More than 40 per cent of the construction of the Ram temple in Ayodhya has been completed within two years of the groundbreaking ceremony conducted by Prime Minister Narendra Modi, according to officials of the trust entrusted with the responsibility.
Devotees from all over the world could pay obeisance to the deity from December 2023, Champat Rai, general secretary, Shri Ram Janmabhoomi Trust, told PTI.
Construction, as well as demolition activities for improving the roads around the temple, are also on in full swing, the trust officials said.
“More than 40 per cent of the temple construction work is complete. More than 80 per cent of the plinth work is done. Darshan at the temple is likely to start from December 2023,” Rai said.
The next general election in the country is scheduled to be held in 2024.
Rai, who is stationed in Ayodhya and resides in Karsewak Puram, oversees the construction work, holds meetings and reviews the progress on a daily basis.
Asked about the source of the money used in the construction, Rai said, “Bhagwan ke karya ke liye dhan ki kya kami. Bhagwan ke charno me lakshmi baithi rehti hai (There cannot be any dearth of money for the cause of god).”
According to the trust officials, a huge foundation is being laid in the soil to ensure the temple’s longevity and stability for at least a thousand years.
Talking about other civic work, they said a rectangular, two-storey parikrama road will be constructed, enclosing a total of eight acres of land including the area of the temple and its courtyard, and in its eastern part, there will be an entrance made of sandstone.
White marble from the Makrana hills in Rajasthan will be used inside the sanctum sanctorum of the temple, they said.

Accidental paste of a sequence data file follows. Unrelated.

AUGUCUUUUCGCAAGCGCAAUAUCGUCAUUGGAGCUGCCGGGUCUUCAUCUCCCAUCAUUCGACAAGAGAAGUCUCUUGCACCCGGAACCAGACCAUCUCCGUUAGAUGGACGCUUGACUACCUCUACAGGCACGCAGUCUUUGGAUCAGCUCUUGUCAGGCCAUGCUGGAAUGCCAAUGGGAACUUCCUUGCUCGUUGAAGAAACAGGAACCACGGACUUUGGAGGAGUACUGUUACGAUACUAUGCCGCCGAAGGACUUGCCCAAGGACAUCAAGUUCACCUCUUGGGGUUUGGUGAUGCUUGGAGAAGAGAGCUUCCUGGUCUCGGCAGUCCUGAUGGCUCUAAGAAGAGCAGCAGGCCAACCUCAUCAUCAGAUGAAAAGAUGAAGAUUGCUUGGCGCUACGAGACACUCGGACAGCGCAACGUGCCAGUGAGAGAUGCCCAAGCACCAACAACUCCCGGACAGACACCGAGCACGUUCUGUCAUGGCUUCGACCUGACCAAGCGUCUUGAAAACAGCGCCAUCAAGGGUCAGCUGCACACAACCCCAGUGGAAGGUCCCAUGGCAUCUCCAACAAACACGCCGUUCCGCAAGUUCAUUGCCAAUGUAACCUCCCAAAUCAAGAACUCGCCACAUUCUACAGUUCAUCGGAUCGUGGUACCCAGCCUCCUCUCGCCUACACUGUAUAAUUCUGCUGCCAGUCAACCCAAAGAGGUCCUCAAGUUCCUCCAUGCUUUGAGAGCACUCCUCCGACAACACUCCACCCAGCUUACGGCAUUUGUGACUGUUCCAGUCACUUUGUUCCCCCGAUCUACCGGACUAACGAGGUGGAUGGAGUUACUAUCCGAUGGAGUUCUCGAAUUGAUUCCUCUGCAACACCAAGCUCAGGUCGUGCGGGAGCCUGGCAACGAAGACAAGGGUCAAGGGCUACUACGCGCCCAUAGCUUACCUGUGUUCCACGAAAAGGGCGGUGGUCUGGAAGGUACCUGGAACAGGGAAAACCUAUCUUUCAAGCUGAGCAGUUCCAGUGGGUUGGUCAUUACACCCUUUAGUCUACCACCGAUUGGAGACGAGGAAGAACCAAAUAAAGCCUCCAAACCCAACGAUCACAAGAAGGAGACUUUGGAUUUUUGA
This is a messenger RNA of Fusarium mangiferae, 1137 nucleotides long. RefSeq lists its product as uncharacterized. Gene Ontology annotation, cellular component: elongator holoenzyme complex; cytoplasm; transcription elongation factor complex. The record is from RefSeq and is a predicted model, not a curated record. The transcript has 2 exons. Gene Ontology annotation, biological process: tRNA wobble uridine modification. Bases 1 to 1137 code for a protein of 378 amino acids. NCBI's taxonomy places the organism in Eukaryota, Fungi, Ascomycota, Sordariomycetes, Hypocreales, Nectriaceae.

The marble-carving work is in progress and some of the carved marble blocks have already been brought to Ayodhya, the officials added.
The quantity of stones used for the project is — around eight to nine lakh cubic feet of carved sandstone for the “parkota” (rampart), 6.37 lakh cubic feet of uncarved granite for the plinth, about 4.7 lakh cubic feet of carved pink sandstone for the main temple, 13,300 cubic feet of Makrana white carved marble for the construction of the sanctum sanctorum and 95,300 square feet of Makrana white carved marble for the flooring and cladding, they said.
At the temple “karyashala” (workshop), labourers, both men and women, were seen carving and polishing stones.
Those who come to this holy town in Uttar Pradesh to pay obeisance at the Ram temple make it a point to visit this place where large numbers of stones to be used in the temple construction are kept.
Modi had done the “bhoomipujan” for the construction of the temple on August 5, 2020.
A Supreme Court verdict of November 9, 2019 paved the way for the construction of the Ram temple in Ayodhya.
Radhika Aiyer from Karnataka, who was posing for photographs in front of the stones with her children, said it was her privilege to visit the place and she wishes to come again once the construction work is complete.
The site draws huge crowds even when the temple is closed, with people feeling blessed touching the stones that will be used to build the temple, Manoj, a local, said.
According to the plan, temples of Valmiki, Kewat, Shabari, Jatayu, Sita, Vighneshwar (Ganesh) and Sheshavatar (Lakshman) will also be constructed within a 70-acre area in the vicinity of the Ram temple.
Besides the construction of the temple, demolition of shops and houses for widening the road leading to the famous Hanumangarhi mandir is also underway.
After initial protests, the work is going on peacefully, with the locals themselves voluntarily demolishing their shops and houses that come in the way of the road-widening project.
Asked about the ongoing road work, Vineet Gupta, a sweet shop owner in the lane leading to the Hanumangarhi temple, said, “There is no hurdle in Lord Ram’s cause. You can see that I am getting the marked portion of my shop demolished.” Ashish, who owns a shop selling puja material, echoed the same sentiment. He said things have finally started moving in Ayodhya.
“We spent our entire childhood seeing the temple movement. Now, the work has started and we are privileged to witness it in our lifetime,” he said.
A road crossing at Nayaghat named after legendary singer Lata Mangeshkar has also been planned and approved but the work is yet to start.
Seers said some of them were initially against the idea of naming the road crossing after the singer but a consensus has been arrived at and the work will start soon.